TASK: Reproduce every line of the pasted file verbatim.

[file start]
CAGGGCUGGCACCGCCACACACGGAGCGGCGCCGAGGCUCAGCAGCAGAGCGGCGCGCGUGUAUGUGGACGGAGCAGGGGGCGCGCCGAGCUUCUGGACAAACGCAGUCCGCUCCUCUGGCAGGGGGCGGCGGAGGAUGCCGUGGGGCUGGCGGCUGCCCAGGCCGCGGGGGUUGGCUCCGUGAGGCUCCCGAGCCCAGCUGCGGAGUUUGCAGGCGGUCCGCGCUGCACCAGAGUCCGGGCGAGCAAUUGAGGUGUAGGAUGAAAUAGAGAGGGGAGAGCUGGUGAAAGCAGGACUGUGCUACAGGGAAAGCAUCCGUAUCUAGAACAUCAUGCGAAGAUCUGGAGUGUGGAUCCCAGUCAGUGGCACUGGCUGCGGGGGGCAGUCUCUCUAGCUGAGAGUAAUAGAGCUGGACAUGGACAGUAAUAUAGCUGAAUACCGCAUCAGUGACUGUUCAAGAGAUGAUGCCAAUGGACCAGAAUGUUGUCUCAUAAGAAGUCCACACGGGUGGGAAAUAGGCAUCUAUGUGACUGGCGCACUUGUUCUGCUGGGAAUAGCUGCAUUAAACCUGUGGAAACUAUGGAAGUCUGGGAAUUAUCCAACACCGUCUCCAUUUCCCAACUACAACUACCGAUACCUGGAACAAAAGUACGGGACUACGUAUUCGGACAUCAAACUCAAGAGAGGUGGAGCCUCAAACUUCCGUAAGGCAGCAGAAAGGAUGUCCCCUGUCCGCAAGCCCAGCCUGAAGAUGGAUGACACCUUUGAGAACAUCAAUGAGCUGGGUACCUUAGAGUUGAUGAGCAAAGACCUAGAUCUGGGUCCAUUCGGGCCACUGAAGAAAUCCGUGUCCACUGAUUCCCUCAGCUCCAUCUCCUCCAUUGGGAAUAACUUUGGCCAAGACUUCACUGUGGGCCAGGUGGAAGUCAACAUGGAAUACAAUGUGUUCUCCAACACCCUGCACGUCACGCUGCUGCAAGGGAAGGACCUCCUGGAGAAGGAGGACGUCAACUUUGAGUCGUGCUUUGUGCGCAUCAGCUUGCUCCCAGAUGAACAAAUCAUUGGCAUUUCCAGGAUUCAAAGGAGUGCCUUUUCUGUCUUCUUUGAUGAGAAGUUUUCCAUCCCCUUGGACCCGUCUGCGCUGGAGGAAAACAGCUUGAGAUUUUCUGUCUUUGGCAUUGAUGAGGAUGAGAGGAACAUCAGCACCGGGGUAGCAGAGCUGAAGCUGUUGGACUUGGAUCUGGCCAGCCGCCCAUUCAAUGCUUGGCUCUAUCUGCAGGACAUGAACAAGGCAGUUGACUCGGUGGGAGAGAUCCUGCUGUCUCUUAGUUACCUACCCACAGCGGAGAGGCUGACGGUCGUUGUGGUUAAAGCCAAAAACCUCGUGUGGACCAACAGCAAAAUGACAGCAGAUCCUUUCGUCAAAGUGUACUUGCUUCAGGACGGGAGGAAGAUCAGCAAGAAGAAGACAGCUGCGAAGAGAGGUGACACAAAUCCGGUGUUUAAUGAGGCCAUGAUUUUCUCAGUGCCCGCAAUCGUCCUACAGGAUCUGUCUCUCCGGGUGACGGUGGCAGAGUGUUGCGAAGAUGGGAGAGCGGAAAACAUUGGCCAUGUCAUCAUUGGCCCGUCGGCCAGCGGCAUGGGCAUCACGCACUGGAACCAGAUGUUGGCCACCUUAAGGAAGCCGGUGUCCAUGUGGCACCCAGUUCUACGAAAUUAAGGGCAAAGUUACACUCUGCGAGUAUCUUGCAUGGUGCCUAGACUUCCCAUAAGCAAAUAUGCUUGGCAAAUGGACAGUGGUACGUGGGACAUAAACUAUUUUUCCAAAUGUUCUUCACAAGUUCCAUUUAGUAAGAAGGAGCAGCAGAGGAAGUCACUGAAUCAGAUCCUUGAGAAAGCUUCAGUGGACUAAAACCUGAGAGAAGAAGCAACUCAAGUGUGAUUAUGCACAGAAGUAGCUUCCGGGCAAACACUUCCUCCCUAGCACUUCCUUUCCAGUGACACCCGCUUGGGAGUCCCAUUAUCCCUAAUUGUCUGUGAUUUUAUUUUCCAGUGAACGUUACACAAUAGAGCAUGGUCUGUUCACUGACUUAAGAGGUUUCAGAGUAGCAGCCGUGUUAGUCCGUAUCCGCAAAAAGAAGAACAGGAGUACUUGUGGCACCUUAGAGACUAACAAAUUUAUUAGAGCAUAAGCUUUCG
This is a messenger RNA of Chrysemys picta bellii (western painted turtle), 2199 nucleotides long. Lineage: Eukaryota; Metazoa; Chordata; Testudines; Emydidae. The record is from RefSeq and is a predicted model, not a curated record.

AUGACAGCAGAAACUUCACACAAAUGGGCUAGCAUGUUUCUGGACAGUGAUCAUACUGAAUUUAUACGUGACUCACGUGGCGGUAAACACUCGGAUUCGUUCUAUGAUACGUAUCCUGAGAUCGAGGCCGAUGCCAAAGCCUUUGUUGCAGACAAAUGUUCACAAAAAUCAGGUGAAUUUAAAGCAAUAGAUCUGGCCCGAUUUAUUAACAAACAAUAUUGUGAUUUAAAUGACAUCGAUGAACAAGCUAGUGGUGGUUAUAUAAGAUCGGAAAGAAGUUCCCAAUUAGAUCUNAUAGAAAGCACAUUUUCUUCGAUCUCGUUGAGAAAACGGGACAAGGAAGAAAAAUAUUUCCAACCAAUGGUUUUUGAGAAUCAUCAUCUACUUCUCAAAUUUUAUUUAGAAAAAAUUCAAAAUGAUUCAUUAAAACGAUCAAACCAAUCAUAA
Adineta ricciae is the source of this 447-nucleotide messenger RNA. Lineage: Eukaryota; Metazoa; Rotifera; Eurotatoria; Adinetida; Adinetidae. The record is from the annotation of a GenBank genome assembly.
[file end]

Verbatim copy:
CAGGGCUGGCACCGCCACACACGGAGCGGCGCCGAGGCUCAGCAGCAGAGCGGCGCGCGUGUAUGUGGACGGAGCAGGGGGCGCGCCGAGCUUCUGGACAAACGCAGUCCGCUCCUCUGGCAGGGGGCGGCGGAGGAUGCCGUGGGGCUGGCGGCUGCCCAGGCCGCGGGGGUUGGCUCCGUGAGGCUCCCGAGCCCAGCUGCGGAGUUUGCAGGCGGUCCGCGCUGCACCAGAGUCCGGGCGAGCAAUUGAGGUGUAGGAUGAAAUAGAGAGGGGAGAGCUGGUGAAAGCAGGACUGUGCUACAGGGAAAGCAUCCGUAUCUAGAACAUCAUGCGAAGAUCUGGAGUGUGGAUCCCAGUCAGUGGCACUGGCUGCGGGGGGCAGUCUCUCUAGCUGAGAGUAAUAGAGCUGGACAUGGACAGUAAUAUAGCUGAAUACCGCAUCAGUGACUGUUCAAGAGAUGAUGCCAAUGGACCAGAAUGUUGUCUCAUAAGAAGUCCACACGGGUGGGAAAUAGGCAUCUAUGUGACUGGCGCACUUGUUCUGCUGGGAAUAGCUGCAUUAAACCUGUGGAAACUAUGGAAGUCUGGGAAUUAUCCAACACCGUCUCCAUUUCCCAACUACAACUACCGAUACCUGGAACAAAAGUACGGGACUACGUAUUCGGACAUCAAACUCAAGAGAGGUGGAGCCUCAAACUUCCGUAAGGCAGCAGAAAGGAUGUCCCCUGUCCGCAAGCCCAGCCUGAAGAUGGAUGACACCUUUGAGAACAUCAAUGAGCUGGGUACCUUAGAGUUGAUGAGCAAAGACCUAGAUCUGGGUCCAUUCGGGCCACUGAAGAAAUCCGUGUCCACUGAUUCCCUCAGCUCCAUCUCCUCCAUUGGGAAUAACUUUGGCCAAGACUUCACUGUGGGCCAGGUGGAAGUCAACAUGGAAUACAAUGUGUUCUCCAACACCCUGCACGUCACGCUGCUGCAAGGGAAGGACCUCCUGGAGAAGGAGGACGUCAACUUUGAGUCGUGCUUUGUGCGCAUCAGCUUGCUCCCAGAUGAACAAAUCAUUGGCAUUUCCAGGAUUCAAAGGAGUGCCUUUUCUGUCUUCUUUGAUGAGAAGUUUUCCAUCCCCUUGGACCCGUCUGCGCUGGAGGAAAACAGCUUGAGAUUUUCUGUCUUUGGCAUUGAUGAGGAUGAGAGGAACAUCAGCACCGGGGUAGCAGAGCUGAAGCUGUUGGACUUGGAUCUGGCCAGCCGCCCAUUCAAUGCUUGGCUCUAUCUGCAGGACAUGAACAAGGCAGUUGACUCGGUGGGAGAGAUCCUGCUGUCUCUUAGUUACCUACCCACAGCGGAGAGGCUGACGGUCGUUGUGGUUAAAGCCAAAAACCUCGUGUGGACCAACAGCAAAAUGACAGCAGAUCCUUUCGUCAAAGUGUACUUGCUUCAGGACGGGAGGAAGAUCAGCAAGAAGAAGACAGCUGCGAAGAGAGGUGACACAAAUCCGGUGUUUAAUGAGGCCAUGAUUUUCUCAGUGCCCGCAAUCGUCCUACAGGAUCUGUCUCUCCGGGUGACGGUGGCAGAGUGUUGCGAAGAUGGGAGAGCGGAAAACAUUGGCCAUGUCAUCAUUGGCCCGUCGGCCAGCGGCAUGGGCAUCACGCACUGGAACCAGAUGUUGGCCACCUUAAGGAAGCCGGUGUCCAUGUGGCACCCAGUUCUACGAAAUUAAGGGCAAAGUUACACUCUGCGAGUAUCUUGCAUGGUGCCUAGACUUCCCAUAAGCAAAUAUGCUUGGCAAAUGGACAGUGGUACGUGGGACAUAAACUAUUUUUCCAAAUGUUCUUCACAAGUUCCAUUUAGUAAGAAGGAGCAGCAGAGGAAGUCACUGAAUCAGAUCCUUGAGAAAGCUUCAGUGGACUAAAACCUGAGAGAAGAAGCAACUCAAGUGUGAUUAUGCACAGAAGUAGCUUCCGGGCAAACACUUCCUCCCUAGCACUUCCUUUCCAGUGACACCCGCUUGGGAGUCCCAUUAUCCCUAAUUGUCUGUGAUUUUAUUUUCCAGUGAACGUUACACAAUAGAGCAUGGUCUGUUCACUGACUUAAGAGGUUUCAGAGUAGCAGCCGUGUUAGUCCGUAUCCGCAAAAAGAAGAACAGGAGUACUUGUGGCACCUUAGAGACUAACAAAUUUAUUAGAGCAUAAGCUUUCG
This is a messenger RNA of Chrysemys picta bellii (western painted turtle), 2199 nucleotides long. Lineage: Eukaryota; Metazoa; Chordata; Testudines; Emydidae. The record is from RefSeq and is a predicted model, not a curated record.

AUGACAGCAGAAACUUCACACAAAUGGGCUAGCAUGUUUCUGGACAGUGAUCAUACUGAAUUUAUACGUGACUCACGUGGCGGUAAACACUCGGAUUCGUUCUAUGAUACGUAUCCUGAGAUCGAGGCCGAUGCCAAAGCCUUUGUUGCAGACAAAUGUUCACAAAAAUCAGGUGAAUUUAAAGCAAUAGAUCUGGCCCGAUUUAUUAACAAACAAUAUUGUGAUUUAAAUGACAUCGAUGAACAAGCUAGUGGUGGUUAUAUAAGAUCGGAAAGAAGUUCCCAAUUAGAUCUNAUAGAAAGCACAUUUUCUUCGAUCUCGUUGAGAAAACGGGACAAGGAAGAAAAAUAUUUCCAACCAAUGGUUUUUGAGAAUCAUCAUCUACUUCUCAAAUUUUAUUUAGAAAAAAUUCAAAAUGAUUCAUUAAAACGAUCAAACCAAUCAUAA
Adineta ricciae is the source of this 447-nucleotide messenger RNA. Lineage: Eukaryota; Metazoa; Rotifera; Eurotatoria; Adinetida; Adinetidae. The record is from the annotation of a GenBank genome assembly.